How do you become a leader? One traditional view of status and leadership involves assertive, forceful, and potentially aggressive behavior. Indeed, such dominance-based leadership can be effective in some circumstances. But–luckily for those of us who aren’t natural “alpha male” types–dominance is not the only way to be a successful, admired leader. In recent decades, psychology and evolutionary anthropology research has provided substantial evidence that people can achieve status with a different leadership development strategy: building prestige.
Instead of relying on coercion or force, the prestige route to status and leadership relies on intelligence and expertise. Anthropologists have shown that throughout human history there have been “Big Man” leaders who attract people to them through sharing skills that benefit others. The broader scientific theory is that it is crucial for society to learn complex skills, so the human mind has evolved to feel deferential towards those who possess complex knowledge or skills they can share.
So what leadership development strategies can you use to build your prestige leadership skills or implement dominance leadership wisely? In this post, we’ll walk you through steps to gain respect and admiration from others based on sharing your expertise. Specifically we’ll discuss how to:
- Assess your own style of pursuing status
- Identify strategies for leadership development through increasing prestige
- Implement strategies for leadership development through increasing dominance
As always, our team of researchers has reviewed dozens of scientific studies from organizational psychology, anthropology, and behavioral economics to provide you with practical, science-based tips on how to implement leadership development strategies to cultivate prestige leadership.
What’s your leadership strategy: dominance or prestige?
Whether you tend to have a dominance or prestige leadership style, is in part, based on your personality. So many people may find one set of leadership development strategies comes more naturally to them. Step one to developing your personal leadership style is to get a sense of where you currently fall along the spectrums of dominance and prestige.
Think about how you’ve led in the past. Leadership development is most natural when it leverages your existing skills and abilities. Ask a colleague, friend, or family member if they can recall a time when you were asked to take responsibility for a situation or direct others. How did they perceive you at that time? What did they think you did well? Did they see you as relying on the force of your personality–the confidence and resolve of a more typical “alpha” prototype? Or did they see you as relying on your authority as an expert–a person who has special knowledge to get the job done? Note what they thought your strengths (and weaknesses) were.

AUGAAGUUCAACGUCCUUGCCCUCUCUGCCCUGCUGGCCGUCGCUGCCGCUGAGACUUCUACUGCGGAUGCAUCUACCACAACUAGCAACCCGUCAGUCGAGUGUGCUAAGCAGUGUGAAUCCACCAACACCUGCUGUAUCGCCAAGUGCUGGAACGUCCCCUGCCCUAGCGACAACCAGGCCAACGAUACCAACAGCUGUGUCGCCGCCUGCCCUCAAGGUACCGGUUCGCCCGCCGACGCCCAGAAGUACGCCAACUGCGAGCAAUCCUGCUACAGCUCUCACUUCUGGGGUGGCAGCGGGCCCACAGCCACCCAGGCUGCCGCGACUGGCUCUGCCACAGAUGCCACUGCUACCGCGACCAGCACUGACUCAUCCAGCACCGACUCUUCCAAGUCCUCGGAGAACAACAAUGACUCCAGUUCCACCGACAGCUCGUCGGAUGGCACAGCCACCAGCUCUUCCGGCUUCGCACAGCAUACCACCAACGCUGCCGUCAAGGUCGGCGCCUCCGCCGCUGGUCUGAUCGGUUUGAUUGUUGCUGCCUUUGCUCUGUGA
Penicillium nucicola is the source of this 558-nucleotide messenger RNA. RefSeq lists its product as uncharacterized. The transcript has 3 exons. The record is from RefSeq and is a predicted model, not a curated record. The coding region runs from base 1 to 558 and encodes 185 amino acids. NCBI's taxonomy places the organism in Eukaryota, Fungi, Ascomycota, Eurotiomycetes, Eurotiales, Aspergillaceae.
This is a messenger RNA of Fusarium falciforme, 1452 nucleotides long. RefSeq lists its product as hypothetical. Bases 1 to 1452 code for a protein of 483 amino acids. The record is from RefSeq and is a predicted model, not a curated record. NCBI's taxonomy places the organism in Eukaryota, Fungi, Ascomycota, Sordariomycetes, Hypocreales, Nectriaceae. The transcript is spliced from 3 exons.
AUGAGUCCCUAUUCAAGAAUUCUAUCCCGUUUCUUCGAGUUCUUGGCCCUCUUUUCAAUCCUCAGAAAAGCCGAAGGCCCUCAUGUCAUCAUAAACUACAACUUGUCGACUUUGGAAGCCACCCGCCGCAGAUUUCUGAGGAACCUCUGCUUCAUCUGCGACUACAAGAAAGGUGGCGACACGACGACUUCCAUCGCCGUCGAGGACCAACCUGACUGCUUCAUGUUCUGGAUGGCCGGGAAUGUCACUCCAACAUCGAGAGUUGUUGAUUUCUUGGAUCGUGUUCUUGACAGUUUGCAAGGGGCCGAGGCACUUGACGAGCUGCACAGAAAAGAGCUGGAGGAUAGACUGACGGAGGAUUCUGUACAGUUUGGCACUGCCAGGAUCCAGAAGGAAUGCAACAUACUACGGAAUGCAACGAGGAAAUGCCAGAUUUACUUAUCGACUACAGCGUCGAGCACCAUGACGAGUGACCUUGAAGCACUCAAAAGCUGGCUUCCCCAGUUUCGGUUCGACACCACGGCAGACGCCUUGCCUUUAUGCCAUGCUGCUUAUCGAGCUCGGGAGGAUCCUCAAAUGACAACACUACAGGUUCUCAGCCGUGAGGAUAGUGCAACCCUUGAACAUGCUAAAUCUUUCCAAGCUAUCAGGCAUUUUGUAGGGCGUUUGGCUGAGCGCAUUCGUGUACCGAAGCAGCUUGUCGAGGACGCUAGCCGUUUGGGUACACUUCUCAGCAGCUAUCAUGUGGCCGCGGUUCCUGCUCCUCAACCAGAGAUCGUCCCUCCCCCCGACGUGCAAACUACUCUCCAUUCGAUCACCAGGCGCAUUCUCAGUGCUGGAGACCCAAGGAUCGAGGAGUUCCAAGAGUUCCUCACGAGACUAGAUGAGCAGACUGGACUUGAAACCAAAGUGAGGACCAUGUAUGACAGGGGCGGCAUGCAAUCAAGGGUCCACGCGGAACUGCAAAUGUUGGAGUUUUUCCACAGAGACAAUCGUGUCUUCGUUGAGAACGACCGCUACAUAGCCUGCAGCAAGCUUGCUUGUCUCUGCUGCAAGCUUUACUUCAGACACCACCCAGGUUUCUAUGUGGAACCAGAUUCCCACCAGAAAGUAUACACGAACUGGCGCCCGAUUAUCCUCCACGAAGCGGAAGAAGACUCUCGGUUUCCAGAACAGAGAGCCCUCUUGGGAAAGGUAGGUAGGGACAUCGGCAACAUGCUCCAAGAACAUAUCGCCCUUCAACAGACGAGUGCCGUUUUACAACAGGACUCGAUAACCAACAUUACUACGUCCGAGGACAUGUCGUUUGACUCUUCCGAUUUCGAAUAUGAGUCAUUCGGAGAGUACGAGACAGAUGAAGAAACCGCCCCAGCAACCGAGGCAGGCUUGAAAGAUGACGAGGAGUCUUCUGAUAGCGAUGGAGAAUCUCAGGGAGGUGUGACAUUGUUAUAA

Take the test. Another simple way to assess yourself is to rate the following statements on a scale of 1 to 7, from “not true of me” to “very true of me.”
- My coworkers and friends respect and admire me.
- Other people know to let me have my way.
- Other people seek my advice.
- I try to control other people, rather than allow people to control me.
- Other people value my opinion.
- I have a forceful personality.
- Prestige: Add up the numbers (1 to 7) you gave yourself on items 1, 3, and 5
- Dominance: Add up the numbers (1 to 7) you gave yourself on items 2, 4, and 6
Assess whether you score higher for prestige or dominance, and consider whether you’d like to develop either leadership style. (Note: items from this scale were adapted from Cheng et al., 2013.)
Leadership development strategies for prestige
Demonstrate your expertise. Gaining leadership via prestige is all about gaining the admiration and respect of others because of the skills and knowledge you bring to the table. Your focus should be on sharing and helping rather than bragging or showing off. Indeed, people often dislike those who appear to be self-promoting. So be sure to demonstrate your expertise in a way that matches the situation and helps others.
To implement a leadership development strategy focused on this route, you could:
Answer complex questions based on your expertise. People respect those who “know their stuff.” If someone is asking for help on slack with a problem you know how to deal with, or someone is assigned a task they have never done before but you have experience with, you can reach out to offer a hand.
This is a good way of showing that you know what you’re doing while earning the goodwill of your colleagues. In one study, researchers followed a group of 180 MBA students working in small groups over the course of eight weeks. After that period, they asked participants to report on who they would go to for help. Those who would be asked for help more were rated as having higher status.
In another study of 306 MBA students, perceived generosity was highly correlated with social status–having a relationship over four times stronger than that of extraversion. This suggests that being helpful was a much better way to gain status than being outgoing.